The singer, Tina Turner, who died last week admitted she had considered assisted suicide in 2016 after her cancer diagnosis but changed her mind after her husband offered her one of his kidneys.
The legendary singer died at the age of 83 in her home in Switzerland, a jurisdiction where assisted suicide is legal. Turner revealed in her memoir that, in 2016, she seriously considered taking her own life by assisted suicide after she had been diagnosed with intestinal cancer and found her kidneys were failing. She even signed up to Exit, an organisation that facilitates the process.
However, she changed her mind after her husband offered her his kidney.
In her memoir, she wrote “By December 2016, my kidneys were at a new low of 20 per cent and plunging rapidly. And I faced two choices: either regular dialysis or a kidney transplant.”
“It wasn’t my idea of life. But the toxins in my body had started taking over. I couldn’t eat. I was surviving, but not living.”
“I began to think about death. If my kidneys were going, and it was time for me to die, I could accept that. It was OK. When it’s time, it’s really time. I didn’t mind the thought of dying, but I was concerned about how I would go.”
Turner described how she signed up for Exit and it was at this point that her husband, Erwin Bach, made his feelings clear.
“He said that he wanted to give me one of his kidneys. I was overwhelmed by the enormity of his offer.”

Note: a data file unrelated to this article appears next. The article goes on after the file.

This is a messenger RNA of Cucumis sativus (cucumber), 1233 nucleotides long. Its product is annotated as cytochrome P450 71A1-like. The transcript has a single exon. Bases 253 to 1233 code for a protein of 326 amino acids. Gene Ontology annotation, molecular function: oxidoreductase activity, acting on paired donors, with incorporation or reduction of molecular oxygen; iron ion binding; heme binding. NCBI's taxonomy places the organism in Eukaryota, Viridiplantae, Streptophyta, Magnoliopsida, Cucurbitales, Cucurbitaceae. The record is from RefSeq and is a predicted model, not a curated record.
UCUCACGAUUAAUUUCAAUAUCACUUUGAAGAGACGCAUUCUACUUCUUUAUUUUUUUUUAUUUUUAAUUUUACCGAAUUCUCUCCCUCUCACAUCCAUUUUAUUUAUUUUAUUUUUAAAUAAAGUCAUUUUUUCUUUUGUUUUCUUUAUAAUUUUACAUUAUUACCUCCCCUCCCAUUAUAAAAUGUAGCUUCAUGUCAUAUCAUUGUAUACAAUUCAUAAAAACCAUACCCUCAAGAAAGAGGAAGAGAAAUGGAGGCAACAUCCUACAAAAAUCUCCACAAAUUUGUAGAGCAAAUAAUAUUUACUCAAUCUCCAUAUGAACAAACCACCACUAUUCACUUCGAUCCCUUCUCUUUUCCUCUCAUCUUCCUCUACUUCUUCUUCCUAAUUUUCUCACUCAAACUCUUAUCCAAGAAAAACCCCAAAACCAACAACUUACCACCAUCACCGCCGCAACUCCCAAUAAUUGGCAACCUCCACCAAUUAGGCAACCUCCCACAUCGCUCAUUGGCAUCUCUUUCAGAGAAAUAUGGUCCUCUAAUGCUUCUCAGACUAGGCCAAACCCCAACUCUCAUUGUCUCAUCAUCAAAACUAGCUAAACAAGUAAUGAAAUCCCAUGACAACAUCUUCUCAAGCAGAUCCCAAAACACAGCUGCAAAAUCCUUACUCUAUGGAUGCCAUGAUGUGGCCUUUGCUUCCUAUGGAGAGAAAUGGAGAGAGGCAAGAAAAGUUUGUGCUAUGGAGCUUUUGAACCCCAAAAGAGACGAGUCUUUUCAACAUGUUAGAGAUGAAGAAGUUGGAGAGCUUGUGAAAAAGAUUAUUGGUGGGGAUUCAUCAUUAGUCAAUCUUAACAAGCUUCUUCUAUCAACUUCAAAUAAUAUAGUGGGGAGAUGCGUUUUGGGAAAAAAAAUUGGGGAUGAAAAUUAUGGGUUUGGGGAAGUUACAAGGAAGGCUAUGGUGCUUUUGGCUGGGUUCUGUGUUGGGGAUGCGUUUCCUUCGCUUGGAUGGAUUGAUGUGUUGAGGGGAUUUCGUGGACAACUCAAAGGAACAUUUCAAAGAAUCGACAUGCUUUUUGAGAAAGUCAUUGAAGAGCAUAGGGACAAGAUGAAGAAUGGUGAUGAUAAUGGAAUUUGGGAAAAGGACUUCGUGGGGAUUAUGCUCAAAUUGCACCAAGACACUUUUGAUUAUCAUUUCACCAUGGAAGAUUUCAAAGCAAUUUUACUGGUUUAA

“I think that’s when the idea of my death became a reality for Erwin”, she wrote. “He was very emotional about not wanting to lose me, not wanting me to leave. He said he didn’t want another woman, or another life; we were happy and he’d do anything to keep us together”.
“Then he shocked me. He said that he wanted to give me one of his kidneys. I was overwhelmed by the enormity of his offer. But because I love him, my first response was to try to talk him out of taking such a serious and irreversible step.”
Erwin donated a kidney to his wife in 2017 allowing her to live for another six years.
Recent figures from December 2020 show that the number of assisted suicides has continued to increase annually, from 187 cases in 2003 to 1,009 cases in 2017 and 1,176 cases in 2018. This represents a more than 16% increase from 2017 to 2018 and around a 529% increase in the fourteen years since 2003.
Right To Life UK spokesperson Catherine Robinson said “As this case makes clear, those considering ending their lives by assisted suicide need assistance to live, not to die. Tina Turner’s husband loved his wife and was brave enough to offer this assistance in a radical way so that she could live a few more years.”